FIG. 5 is an isometric view schematically illustrating another example of the continuum-generating optical fiber of FIG. 2.
FIG. 6 is a graph schematically illustrating the spectrum of a continuum pulse delivered by the optical fiber of FIG. 2 and a portion of that spectrum selected by the tunable pulse stretcher of FIG. 2.
FIG. 7 is an isometric view schematically illustrating details of the tunable pulse-stretcher of FIG. 2.
Turning now to the drawings, wherein like features are designated by like reference numerals, the chirped pulse amplification method of the present invention is first described briefly with reference to the flow chart of FIG. 1. First, an ultrafast laser generates what can be described, for the purpose of this description, as a monochromatic pulse (box 11). Those skilled in the art will recognize that such a pulse is riot truly monochromatic, but has a finite bandwidth, which is a relatively small proportion of its nominal wavelength. The pulse bandwidth is dependent, inter alia, on the duration of the pulse, with pulses of shorter duration having the greater bandwidth. The pulse may be referred to alternatively as a limited-bandwidth or quasi-monochromatic pulse.
Next, the monochromatic pulse is delivered to a continuum-generating optical fiber (box 12). The continuum-generating optical fiber is arranged to convert the monochromatic pulse into a pulse having a continuous (continuum) spectrum (box 13). A continuous spectrum, here, means a spectrum extending over a range of wavelengths which may be three or more times the wavelength of the monochromatic pulse, and can be as wide as two octaves, in frequency terms.
The continuum pulse is then delivered to a wavelength-selective, tunable pulse-stretcher (box 14). The pulse-stretcher selects and temporally stretches a portion of the continuous spectrum of the continuum pulse (box 15). The temporally stretched portion of the continuous spectrum is then delivered to a regenerative amplifier for amplification (box 15). A stretched, amplified pulse from the regenerative amplifier may be passed through a pulse compressor to reduce the duration of the pulse to about that of the original monochromatic pulse delivered by the ultrafast laser.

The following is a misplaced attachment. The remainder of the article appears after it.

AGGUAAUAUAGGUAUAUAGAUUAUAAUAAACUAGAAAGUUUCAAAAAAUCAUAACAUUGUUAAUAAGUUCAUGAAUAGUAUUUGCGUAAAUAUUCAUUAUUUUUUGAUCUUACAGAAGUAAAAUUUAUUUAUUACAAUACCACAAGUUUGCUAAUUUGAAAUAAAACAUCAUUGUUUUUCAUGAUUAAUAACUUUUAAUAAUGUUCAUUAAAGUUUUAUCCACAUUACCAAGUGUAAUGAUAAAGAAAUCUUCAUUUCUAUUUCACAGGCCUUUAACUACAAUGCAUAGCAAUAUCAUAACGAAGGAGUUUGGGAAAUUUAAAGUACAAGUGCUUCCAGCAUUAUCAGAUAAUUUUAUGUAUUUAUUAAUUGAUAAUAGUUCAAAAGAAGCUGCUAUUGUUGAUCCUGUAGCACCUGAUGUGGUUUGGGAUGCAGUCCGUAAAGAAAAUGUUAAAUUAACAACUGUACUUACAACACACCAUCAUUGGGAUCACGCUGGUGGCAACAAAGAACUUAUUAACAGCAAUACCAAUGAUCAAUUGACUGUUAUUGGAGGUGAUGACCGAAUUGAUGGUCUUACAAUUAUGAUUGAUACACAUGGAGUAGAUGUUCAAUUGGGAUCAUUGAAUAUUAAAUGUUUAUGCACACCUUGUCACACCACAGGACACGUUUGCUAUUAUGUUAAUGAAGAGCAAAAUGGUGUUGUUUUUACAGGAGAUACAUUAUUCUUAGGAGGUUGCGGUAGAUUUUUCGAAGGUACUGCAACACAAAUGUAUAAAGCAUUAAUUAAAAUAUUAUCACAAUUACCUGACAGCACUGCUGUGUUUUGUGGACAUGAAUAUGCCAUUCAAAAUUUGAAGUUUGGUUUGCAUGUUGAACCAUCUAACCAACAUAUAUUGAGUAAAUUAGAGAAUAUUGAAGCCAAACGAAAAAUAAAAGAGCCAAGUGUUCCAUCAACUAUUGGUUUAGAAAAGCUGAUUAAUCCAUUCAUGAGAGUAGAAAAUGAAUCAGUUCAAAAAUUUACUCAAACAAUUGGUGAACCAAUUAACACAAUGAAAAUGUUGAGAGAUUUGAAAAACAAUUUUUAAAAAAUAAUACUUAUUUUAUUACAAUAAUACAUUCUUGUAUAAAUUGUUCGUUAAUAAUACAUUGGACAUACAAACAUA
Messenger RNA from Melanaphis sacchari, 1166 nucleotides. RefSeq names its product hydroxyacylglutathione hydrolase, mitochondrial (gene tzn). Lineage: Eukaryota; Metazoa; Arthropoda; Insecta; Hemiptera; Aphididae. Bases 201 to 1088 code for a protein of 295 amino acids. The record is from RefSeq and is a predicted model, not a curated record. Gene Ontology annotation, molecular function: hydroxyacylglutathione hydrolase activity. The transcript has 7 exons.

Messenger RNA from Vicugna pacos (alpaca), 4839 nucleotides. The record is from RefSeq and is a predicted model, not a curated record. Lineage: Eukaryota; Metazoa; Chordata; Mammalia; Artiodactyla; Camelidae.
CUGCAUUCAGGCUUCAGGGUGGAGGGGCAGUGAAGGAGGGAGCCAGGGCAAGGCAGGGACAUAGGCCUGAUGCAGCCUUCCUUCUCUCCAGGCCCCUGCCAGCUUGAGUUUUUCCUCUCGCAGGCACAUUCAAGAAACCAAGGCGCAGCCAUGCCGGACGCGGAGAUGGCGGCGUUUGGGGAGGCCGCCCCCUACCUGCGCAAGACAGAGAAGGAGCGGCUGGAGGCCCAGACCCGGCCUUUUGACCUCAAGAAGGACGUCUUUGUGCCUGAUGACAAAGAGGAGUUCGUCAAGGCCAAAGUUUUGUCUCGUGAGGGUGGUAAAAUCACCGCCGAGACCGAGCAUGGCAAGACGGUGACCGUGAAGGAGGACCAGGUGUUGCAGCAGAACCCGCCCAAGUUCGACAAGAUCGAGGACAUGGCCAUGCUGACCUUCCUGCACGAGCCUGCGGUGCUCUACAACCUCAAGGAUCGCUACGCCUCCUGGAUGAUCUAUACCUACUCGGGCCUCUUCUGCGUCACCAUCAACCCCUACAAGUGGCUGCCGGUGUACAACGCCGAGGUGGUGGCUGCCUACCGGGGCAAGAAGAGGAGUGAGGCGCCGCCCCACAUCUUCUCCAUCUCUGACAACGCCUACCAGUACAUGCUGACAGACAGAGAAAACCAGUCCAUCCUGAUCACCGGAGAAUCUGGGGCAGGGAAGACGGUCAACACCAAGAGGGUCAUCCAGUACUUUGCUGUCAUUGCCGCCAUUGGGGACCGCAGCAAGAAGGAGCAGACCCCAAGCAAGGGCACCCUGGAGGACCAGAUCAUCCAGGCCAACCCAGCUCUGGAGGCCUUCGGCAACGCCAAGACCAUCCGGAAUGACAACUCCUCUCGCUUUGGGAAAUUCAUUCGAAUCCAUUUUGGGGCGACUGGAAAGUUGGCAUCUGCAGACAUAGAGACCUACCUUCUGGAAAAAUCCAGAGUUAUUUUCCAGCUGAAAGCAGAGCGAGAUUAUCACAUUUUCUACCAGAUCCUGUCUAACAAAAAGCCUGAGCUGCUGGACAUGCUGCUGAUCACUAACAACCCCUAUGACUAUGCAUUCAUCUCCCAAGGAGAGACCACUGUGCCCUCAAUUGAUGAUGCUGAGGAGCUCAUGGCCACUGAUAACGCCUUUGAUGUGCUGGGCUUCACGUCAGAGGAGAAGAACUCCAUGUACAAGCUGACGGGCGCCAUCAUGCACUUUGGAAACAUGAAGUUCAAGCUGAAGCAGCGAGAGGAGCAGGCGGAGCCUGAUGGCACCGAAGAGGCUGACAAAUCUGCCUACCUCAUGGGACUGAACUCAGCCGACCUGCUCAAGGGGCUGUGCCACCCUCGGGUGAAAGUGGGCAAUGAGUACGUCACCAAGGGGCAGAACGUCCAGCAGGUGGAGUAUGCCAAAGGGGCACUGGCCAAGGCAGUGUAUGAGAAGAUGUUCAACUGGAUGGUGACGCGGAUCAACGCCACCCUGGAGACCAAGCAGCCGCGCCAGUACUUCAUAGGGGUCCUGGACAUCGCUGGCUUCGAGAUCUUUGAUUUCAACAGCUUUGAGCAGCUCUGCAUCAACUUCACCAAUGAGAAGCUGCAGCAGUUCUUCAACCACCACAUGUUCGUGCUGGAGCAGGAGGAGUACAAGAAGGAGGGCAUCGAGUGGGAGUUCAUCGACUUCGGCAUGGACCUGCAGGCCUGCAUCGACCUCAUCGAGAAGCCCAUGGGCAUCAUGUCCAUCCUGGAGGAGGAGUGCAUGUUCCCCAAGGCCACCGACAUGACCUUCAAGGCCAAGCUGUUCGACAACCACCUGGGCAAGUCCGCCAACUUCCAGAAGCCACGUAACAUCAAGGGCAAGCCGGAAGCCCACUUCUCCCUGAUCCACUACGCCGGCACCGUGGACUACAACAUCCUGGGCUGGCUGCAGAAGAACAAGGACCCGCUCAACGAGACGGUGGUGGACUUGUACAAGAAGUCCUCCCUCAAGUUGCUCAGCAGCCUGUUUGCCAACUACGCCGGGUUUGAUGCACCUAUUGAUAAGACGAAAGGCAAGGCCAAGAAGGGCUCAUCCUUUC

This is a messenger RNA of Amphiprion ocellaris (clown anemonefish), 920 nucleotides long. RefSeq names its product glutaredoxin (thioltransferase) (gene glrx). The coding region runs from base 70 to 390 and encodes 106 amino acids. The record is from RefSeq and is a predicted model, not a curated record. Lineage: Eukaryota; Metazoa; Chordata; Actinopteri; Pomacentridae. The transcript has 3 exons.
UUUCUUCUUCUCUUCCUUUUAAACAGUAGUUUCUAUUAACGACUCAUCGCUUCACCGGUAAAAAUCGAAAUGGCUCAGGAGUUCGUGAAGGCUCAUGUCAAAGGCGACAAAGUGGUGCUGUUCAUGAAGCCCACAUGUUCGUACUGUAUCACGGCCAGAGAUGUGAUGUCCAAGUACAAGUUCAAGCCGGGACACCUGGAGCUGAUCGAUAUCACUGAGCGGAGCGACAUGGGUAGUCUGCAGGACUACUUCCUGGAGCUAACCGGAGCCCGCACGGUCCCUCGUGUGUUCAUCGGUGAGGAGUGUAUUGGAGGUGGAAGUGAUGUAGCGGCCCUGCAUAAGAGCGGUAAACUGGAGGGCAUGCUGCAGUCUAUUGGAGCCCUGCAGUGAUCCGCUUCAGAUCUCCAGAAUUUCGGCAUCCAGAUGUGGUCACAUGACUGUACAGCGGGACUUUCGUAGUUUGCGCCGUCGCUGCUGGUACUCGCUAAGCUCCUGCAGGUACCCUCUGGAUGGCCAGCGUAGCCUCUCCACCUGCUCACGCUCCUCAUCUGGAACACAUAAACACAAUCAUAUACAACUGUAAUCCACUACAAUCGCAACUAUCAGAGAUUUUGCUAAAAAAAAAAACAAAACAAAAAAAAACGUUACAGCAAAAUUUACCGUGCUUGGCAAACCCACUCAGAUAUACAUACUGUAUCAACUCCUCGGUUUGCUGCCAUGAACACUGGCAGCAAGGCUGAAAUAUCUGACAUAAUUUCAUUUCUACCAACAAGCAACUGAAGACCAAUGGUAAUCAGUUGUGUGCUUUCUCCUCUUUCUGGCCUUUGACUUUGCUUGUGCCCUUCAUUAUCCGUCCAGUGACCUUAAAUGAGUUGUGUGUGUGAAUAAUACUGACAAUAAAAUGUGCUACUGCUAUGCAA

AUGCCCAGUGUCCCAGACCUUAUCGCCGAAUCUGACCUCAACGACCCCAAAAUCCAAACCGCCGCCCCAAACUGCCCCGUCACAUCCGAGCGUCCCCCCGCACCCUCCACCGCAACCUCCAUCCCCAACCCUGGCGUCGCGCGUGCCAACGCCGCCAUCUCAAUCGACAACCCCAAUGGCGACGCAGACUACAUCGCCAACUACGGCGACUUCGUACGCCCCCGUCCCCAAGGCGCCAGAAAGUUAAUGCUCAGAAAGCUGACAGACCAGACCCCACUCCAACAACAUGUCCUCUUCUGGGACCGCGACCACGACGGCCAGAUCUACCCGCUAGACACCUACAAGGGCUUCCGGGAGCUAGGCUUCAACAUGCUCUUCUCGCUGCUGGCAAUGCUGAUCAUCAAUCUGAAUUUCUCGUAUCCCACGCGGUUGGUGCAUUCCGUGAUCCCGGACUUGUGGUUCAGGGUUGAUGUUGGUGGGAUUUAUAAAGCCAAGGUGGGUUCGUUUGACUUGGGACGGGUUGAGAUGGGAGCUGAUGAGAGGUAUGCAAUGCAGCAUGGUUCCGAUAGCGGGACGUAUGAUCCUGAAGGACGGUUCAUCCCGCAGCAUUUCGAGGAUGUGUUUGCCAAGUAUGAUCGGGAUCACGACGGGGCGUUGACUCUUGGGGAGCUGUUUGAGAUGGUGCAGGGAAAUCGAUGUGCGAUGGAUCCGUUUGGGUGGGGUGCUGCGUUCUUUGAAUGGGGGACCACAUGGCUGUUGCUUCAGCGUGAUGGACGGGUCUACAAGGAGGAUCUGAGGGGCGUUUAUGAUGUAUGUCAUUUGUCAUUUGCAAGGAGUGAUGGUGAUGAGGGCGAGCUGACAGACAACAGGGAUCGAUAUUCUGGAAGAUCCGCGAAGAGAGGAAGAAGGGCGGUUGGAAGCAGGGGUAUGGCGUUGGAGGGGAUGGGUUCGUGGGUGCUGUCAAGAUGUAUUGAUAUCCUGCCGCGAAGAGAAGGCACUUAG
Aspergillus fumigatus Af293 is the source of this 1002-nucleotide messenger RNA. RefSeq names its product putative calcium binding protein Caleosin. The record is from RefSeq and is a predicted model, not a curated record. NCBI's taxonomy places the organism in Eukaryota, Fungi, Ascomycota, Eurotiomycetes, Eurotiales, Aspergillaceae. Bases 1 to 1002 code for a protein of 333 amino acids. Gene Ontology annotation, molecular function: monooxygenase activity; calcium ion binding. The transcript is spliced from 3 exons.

Referring now to FIG. 2, chirped pulse apparatus 20 in accordance with the present invention includes an ultrafast laser 22. Ultrafast laser 22 may be any ultrafast laser capable of delivering an ultrashort pulse 24 having a duration of about 10 ps or less. FIG. 3 schematically depicts (curve A) the wavelength-spectrum of such a pulse. The pulse has a nominal wavelength λ0 generally referred to as the center wavelength. The pulse has a bandwidth Δλ. This bandwidth is usually measured across the wavelength points of 50 percent of peak power P0, in which case it can be referred to as the full width at half maximum (FWHM) power. This pulse bandwidth is determined, inter alia, by the gain medium and resonator parameters of laser 22 and the duration of the pulse. By way of example, a 100 fs pulse delivered by a Ti:sapphire laser having a center wavelength λ0 of 800 nm will have a bandwidth Δλ of about 10 nm.
As discussed above, the quality of ultrashort pulse 24 is important to the quality of an amplified pulse delivered by system 20. Preferably, pulse 24 is as near transform limited as possible. The terminology “transform limited”, here, means that the temporal shape of the pulse is sufficiently close to Gaussian that its Fourier transform, i.e., its frequency-spectrum also approximates a Gaussian distribution. Over the limited bandwidth of the pulse the wavelength-spectrum (FIG. 3, curve A) is also near Gaussian. Pulse 24 is plane polarized, here, in a plane perpendicular to the plane of the illustration of FIG. 2